Monday, September 25, 2006

The Rain and Working the Ball...

The Weather Mocks Me...

A cold front and the accompanying thunderstorms pushed through Saturday night. The rain had stopped before daylight, but I had no idea how much rain fell.

I have been trying to play Tour18 for three weeks. I have been trying to play on Monday because it’s the cheapest and least busy day of the week to play. The rain has put and end to my “Amen Corner” dreams each time. My next chance to play Tour18 will be in three weeks.

I knew it would be wet, but I went down to Green Caye on Sunday to get a loop or two in before the Monday’s round at Tour18. I figured I’d be okay as long as I could reasonably hit he greens or close to the greens. While driving along Hwy 646, I saw the roadside ditches were rivers filled with water.

What I saw when I pulled up to the course answered the question of “How much rain?” real quick. The driving range was pretty much under water. The ponds were overflowing. The only thing above water on the seventh, eighth, and ninth holes were the green and tee boxes. The course was closed.

However, the driving range was open (mats only), so I decided to stay and hit a few buckets. I have been hitting the ball very well lately. My last money game we played 16 holes and I won 13. We just play for quarters, but we play greenies and birdies and I have been a greenie machine lately. The last few money games have really been making my bag heavy because I have a ziplock sandwich bag almost half full of quarters in there.

Working the Ball...

Over the last month or so, I have been practicing “working the ball”. I have been hitting draws and fades with my irons on the range with a good bit of success. I have taken those shots out on the course the last few times and it has been working out very well – especially in the wind.

I decided to concentrate on “working the ball” after reading several reviews of my irons where the writers state that my clubs are good as a first set, but forget about “working the ball”. There are plenty of good reviews there too but I got to thinking: Can a beginner slice or hook the ball with “beginner” or “game improvement” irons? Sure. So why, with a little experimentation, would I not be able to hit a draw or fade? I know those shots have come off of these clubs; I just have to figure out how to control it. Well I did, and here’s how:

First a little disclaimer. These are merely my observations. I am not stating that this is the "proper" way to work the ball, I am just sharing my experience.

The ball will initially fly along the line that the club head travels at impact. Hopefully this line points at your target, and neither and out-to-in nor in-to-out path.

If the club face is square and the swing path true (neither and out-to-in nor in-to-out path), the ball will fly pretty straight.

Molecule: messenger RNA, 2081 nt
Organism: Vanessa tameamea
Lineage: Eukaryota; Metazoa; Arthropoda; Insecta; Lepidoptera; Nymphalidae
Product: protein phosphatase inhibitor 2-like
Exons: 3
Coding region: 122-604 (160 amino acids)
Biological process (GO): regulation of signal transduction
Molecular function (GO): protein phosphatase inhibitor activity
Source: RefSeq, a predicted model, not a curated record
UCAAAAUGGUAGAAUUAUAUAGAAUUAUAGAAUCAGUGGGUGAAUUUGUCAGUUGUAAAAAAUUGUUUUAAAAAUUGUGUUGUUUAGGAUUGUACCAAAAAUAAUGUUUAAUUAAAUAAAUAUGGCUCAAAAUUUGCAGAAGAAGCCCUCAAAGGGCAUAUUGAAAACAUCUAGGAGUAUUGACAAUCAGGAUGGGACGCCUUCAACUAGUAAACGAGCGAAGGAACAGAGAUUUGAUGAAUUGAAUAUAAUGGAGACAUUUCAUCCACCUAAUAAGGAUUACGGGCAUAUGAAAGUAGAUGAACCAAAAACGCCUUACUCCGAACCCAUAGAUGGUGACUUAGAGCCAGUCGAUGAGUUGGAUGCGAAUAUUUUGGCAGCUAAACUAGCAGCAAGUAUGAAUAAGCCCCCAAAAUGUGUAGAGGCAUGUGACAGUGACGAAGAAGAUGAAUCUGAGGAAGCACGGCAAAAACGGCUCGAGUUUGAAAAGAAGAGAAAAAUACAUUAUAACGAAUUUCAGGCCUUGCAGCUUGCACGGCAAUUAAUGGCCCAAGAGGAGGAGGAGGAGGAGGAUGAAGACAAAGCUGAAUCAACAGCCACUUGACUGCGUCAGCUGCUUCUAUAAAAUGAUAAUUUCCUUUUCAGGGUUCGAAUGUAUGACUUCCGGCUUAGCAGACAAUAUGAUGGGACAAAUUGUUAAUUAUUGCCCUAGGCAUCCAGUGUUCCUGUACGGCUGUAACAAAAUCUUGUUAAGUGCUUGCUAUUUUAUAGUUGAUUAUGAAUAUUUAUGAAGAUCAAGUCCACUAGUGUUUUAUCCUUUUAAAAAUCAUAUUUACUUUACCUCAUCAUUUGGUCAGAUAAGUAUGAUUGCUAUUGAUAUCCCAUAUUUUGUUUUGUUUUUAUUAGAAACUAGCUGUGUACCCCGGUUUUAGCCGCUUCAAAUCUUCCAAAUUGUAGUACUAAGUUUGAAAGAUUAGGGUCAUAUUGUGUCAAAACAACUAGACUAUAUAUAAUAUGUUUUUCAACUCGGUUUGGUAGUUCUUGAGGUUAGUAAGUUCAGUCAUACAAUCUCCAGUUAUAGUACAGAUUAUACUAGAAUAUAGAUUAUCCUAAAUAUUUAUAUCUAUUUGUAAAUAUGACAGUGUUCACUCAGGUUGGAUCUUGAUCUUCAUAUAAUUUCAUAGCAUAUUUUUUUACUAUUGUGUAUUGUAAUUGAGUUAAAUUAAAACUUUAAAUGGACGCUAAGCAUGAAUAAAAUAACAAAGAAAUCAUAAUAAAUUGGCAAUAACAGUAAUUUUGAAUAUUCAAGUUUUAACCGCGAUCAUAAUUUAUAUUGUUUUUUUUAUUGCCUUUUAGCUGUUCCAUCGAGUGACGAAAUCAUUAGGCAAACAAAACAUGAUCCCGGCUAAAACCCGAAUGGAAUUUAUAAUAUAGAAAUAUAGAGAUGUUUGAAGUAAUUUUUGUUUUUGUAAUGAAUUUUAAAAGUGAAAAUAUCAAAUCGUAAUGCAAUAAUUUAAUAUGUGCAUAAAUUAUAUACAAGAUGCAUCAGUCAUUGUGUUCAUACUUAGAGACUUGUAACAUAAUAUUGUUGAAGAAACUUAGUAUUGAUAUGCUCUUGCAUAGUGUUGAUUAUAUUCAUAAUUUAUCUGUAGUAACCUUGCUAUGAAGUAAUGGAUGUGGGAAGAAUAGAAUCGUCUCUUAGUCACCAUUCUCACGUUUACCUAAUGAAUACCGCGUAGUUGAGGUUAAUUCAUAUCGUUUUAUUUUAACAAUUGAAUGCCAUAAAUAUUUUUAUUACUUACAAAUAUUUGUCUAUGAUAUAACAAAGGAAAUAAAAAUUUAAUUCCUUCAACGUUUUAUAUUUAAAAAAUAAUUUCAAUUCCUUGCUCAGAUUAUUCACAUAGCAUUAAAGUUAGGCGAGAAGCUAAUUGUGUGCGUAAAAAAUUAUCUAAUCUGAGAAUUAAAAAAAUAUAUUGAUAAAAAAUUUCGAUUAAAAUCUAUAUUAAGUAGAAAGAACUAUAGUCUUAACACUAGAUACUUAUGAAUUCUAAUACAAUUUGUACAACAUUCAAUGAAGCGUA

If the club face is not square and the swing path is true, the ball will curve along a hook, draw, fade, or slice trajectory. This trajectory is dependent on a closed (hook, draw) or open (fade, slice) club face.

A square club face can produce a curving trajectory if the swing path is out-to-in (fade, slice) or in-to-out (draw, hook) path.

My preferred method to draw the ball is to slightly close the club face and use my normal swing. Similarly, I slightly open the club face to fade the ball.

I spent several days on the range to get the hang of this. Getting the ball to fly left-to-right or right-to-left is rather easy using this method. The hard part is learning how much to open or close your stance so the ball lands in the right place. Care must also be taken to ensure a swing that is true because you can undo or exaggerate the spin with the swing path.



I recommend that all beginners experiment on the range and see what different stuff does. Try changing the club face orientation at address and watch how the ball flies. Try to produce an out-to-in or in-to-out swing path and observe the results. Try moving the ball forward or back in your stance and see what happens. Try a stronger or weaker grip just to see what happens.

The important thing about experimentation is defining the boundries of an acceptable shot. Here's a great example:

Next time you practice putting, try a few four-footers (short putts). Try to determine the minimum force needed to get the ball to the cup. Then try to determine the maximum force that drops (see how hard you have to hit it to hop it off of the back). You might be surprised that there is a pretty wide range in how hard you can hit a four foot putt. Now you can hit the minimum force on a short downhill putt and you know how aggressively you can hit an uphill putt or a breaking putt (to take the break out).

So, to folks that think you cannot "work the ball" with “game improvement” irons, I beg to differ.

Then again what do I know?

I’m New2golf,



At 5:30 PM, Blogger Luke Swilor said...

You can work the ball with ANY irons. You're right.

And you're right again that beginners should experiment, and try to hit every shot they can imagine. That's how you learn, and you will probably learn more quickly that way.

Hey Greg, sorry I missed you this week. I saw that rain you were talking about Saturday night. REAL rain. Pretty nice after that. When I'm down here with a little time we'll have to hook up.

At 4:59 PM, Blogger Greg said...

Yeah Luke, you got the best weather we've had all summer (after the rain anyways). Glad to see you scored well. I was hoping to get out and see some of the competition up there at Cypresswood, but work has got me pinned down at the moment. We'll look for ya next time!



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